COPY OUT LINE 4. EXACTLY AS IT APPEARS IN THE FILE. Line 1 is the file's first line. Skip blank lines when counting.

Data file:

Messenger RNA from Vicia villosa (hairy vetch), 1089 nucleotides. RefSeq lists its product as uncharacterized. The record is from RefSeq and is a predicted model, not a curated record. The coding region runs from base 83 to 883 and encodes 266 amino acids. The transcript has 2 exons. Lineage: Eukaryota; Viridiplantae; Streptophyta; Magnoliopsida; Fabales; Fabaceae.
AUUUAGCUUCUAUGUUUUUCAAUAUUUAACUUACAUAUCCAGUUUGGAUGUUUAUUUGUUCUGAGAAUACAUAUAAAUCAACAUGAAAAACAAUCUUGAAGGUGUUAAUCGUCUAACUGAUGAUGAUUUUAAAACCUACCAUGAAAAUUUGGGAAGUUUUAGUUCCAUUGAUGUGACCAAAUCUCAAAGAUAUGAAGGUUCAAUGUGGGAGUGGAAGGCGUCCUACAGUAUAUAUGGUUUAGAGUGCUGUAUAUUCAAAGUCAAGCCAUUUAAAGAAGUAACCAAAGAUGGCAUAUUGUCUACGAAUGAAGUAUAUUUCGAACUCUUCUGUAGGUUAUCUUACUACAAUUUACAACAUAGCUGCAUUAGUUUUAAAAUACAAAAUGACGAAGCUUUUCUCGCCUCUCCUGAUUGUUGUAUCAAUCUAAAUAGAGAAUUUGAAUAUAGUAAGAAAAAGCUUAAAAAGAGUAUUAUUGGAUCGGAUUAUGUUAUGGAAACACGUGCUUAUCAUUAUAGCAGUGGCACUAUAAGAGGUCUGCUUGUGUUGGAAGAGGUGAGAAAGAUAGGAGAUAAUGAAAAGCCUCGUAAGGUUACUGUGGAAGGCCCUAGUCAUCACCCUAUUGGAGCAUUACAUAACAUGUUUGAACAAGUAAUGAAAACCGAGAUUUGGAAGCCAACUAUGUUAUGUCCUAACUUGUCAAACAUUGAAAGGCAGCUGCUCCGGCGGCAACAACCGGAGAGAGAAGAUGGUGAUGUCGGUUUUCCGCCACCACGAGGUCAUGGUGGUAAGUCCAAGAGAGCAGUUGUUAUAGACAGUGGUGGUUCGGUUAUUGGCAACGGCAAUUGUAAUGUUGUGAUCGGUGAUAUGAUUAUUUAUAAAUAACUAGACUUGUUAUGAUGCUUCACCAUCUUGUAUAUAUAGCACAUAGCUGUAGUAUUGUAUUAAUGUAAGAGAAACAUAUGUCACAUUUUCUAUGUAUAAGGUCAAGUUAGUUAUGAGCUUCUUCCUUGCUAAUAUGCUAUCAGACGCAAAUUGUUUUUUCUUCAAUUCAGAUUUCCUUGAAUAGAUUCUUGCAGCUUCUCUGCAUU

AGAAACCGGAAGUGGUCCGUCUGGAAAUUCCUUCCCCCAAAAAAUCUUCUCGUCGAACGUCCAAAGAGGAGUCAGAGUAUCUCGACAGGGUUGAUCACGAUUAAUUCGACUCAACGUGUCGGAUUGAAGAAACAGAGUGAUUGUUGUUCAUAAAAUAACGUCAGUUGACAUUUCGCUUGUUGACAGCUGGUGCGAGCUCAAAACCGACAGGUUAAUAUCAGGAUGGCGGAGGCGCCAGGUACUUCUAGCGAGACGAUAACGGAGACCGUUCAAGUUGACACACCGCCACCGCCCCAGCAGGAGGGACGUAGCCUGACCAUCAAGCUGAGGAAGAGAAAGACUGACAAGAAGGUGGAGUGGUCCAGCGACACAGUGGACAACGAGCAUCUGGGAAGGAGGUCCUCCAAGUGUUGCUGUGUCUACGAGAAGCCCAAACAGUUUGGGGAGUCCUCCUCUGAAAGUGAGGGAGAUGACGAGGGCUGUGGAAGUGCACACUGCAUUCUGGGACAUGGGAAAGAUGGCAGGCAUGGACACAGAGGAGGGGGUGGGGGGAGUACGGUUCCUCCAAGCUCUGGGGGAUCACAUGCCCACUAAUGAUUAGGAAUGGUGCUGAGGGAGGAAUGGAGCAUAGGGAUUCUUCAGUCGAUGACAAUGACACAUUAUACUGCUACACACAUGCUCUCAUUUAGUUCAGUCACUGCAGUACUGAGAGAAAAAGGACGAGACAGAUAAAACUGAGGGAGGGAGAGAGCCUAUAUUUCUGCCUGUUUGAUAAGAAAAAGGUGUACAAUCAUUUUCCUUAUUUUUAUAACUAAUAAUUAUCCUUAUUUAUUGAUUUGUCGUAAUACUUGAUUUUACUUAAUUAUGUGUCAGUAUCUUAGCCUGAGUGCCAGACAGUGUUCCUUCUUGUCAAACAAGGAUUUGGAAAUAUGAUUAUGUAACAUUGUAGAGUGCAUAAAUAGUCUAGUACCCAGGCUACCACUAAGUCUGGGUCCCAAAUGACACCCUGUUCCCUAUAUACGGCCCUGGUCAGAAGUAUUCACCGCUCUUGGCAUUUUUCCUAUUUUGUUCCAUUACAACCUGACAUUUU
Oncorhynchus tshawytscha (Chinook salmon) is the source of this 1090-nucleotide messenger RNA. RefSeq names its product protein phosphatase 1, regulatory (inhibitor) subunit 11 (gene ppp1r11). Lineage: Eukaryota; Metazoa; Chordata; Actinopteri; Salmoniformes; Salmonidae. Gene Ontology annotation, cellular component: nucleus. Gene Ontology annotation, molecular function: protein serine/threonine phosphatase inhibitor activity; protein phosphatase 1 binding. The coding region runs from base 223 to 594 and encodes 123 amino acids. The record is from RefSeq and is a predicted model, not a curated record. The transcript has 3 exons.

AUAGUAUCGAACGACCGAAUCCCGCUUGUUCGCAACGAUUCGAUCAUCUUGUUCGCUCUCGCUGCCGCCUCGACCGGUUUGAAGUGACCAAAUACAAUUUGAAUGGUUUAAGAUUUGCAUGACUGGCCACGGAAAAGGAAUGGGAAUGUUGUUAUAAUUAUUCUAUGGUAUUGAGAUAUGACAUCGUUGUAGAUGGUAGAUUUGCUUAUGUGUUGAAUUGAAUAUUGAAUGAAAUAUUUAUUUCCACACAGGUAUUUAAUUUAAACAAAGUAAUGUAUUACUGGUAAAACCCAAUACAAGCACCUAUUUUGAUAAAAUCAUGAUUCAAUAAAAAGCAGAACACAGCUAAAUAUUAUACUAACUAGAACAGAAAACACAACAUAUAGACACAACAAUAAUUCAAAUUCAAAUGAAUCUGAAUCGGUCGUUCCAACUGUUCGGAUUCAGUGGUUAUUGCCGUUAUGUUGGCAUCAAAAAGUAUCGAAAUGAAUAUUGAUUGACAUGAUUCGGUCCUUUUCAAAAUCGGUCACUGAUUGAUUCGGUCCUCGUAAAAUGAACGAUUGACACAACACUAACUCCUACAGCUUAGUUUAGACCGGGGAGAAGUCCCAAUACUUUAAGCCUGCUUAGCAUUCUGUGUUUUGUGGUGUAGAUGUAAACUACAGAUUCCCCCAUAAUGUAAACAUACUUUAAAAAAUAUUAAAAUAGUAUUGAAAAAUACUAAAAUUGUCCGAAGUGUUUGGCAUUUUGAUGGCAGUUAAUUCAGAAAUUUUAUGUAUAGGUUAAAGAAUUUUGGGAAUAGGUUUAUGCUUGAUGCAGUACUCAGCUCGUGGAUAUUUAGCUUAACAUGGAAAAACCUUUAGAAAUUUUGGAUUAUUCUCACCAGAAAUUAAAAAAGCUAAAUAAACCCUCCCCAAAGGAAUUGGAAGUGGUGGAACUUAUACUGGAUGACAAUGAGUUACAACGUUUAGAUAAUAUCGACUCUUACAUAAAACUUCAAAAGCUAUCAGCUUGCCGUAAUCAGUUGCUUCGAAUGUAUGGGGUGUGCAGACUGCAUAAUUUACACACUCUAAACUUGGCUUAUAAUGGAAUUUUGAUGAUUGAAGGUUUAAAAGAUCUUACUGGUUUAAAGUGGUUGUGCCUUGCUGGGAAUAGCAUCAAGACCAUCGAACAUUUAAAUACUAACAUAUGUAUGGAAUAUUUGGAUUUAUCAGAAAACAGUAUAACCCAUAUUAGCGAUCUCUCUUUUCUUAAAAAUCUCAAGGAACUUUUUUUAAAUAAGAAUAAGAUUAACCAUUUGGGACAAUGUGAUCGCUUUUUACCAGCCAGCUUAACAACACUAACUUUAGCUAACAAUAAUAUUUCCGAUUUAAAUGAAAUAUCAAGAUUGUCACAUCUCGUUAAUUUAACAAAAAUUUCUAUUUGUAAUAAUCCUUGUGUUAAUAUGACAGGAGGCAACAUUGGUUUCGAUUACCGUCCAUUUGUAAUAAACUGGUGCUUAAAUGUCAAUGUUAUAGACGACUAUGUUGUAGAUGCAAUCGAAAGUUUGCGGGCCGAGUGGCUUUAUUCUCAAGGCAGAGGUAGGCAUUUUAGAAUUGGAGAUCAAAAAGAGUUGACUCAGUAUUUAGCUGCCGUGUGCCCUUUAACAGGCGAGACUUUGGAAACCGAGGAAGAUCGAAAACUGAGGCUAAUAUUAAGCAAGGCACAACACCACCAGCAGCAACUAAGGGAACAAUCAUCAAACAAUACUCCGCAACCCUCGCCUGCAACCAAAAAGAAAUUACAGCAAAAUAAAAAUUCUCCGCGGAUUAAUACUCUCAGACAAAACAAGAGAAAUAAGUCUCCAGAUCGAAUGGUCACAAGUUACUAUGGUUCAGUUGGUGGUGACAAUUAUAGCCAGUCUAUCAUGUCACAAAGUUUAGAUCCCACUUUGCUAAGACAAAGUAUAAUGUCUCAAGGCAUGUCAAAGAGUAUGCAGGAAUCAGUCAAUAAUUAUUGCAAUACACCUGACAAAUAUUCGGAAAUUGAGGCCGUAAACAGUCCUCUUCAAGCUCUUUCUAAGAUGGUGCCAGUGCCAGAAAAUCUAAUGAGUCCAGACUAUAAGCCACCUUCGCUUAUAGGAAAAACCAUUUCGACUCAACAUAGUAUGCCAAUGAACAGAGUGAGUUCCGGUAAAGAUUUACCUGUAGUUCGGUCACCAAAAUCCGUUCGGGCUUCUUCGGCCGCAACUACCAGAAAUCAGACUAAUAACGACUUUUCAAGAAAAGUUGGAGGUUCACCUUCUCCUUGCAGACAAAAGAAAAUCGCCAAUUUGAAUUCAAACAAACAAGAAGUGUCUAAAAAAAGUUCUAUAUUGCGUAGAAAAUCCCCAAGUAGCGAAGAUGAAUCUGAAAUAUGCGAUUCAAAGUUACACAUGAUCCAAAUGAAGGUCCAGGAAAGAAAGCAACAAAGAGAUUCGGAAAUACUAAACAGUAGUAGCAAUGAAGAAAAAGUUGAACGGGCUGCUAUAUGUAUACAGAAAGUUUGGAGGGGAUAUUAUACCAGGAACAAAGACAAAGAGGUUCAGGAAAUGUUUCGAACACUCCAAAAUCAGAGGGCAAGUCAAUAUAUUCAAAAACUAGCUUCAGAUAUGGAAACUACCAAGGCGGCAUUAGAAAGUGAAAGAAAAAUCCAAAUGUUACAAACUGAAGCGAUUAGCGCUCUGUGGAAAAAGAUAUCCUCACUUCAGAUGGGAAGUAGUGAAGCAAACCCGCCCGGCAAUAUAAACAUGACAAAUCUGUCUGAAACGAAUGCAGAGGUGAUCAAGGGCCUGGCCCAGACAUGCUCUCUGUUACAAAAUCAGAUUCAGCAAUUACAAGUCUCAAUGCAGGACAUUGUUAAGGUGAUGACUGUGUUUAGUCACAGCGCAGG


Oncorhynchus tshawytscha (Chinook salmon) is the source of this 1090-nucleotide messenger RNA. RefSeq names its product protein phosphatase 1, regulatory (inhibitor) subunit 11 (gene ppp1r11). Lineage: Eukaryota; Metazoa; Chordata; Actinopteri; Salmoniformes; Salmonidae. Gene Ontology annotation, cellular component: nucleus. Gene Ontology annotation, molecular function: protein serine/threonine phosphatase inhibitor activity; protein phosphatase 1 binding. The coding region runs from base 223 to 594 and encodes 123 amino acids. The record is from RefSeq and is a predicted model, not a curated record. The transcript has 3 exons.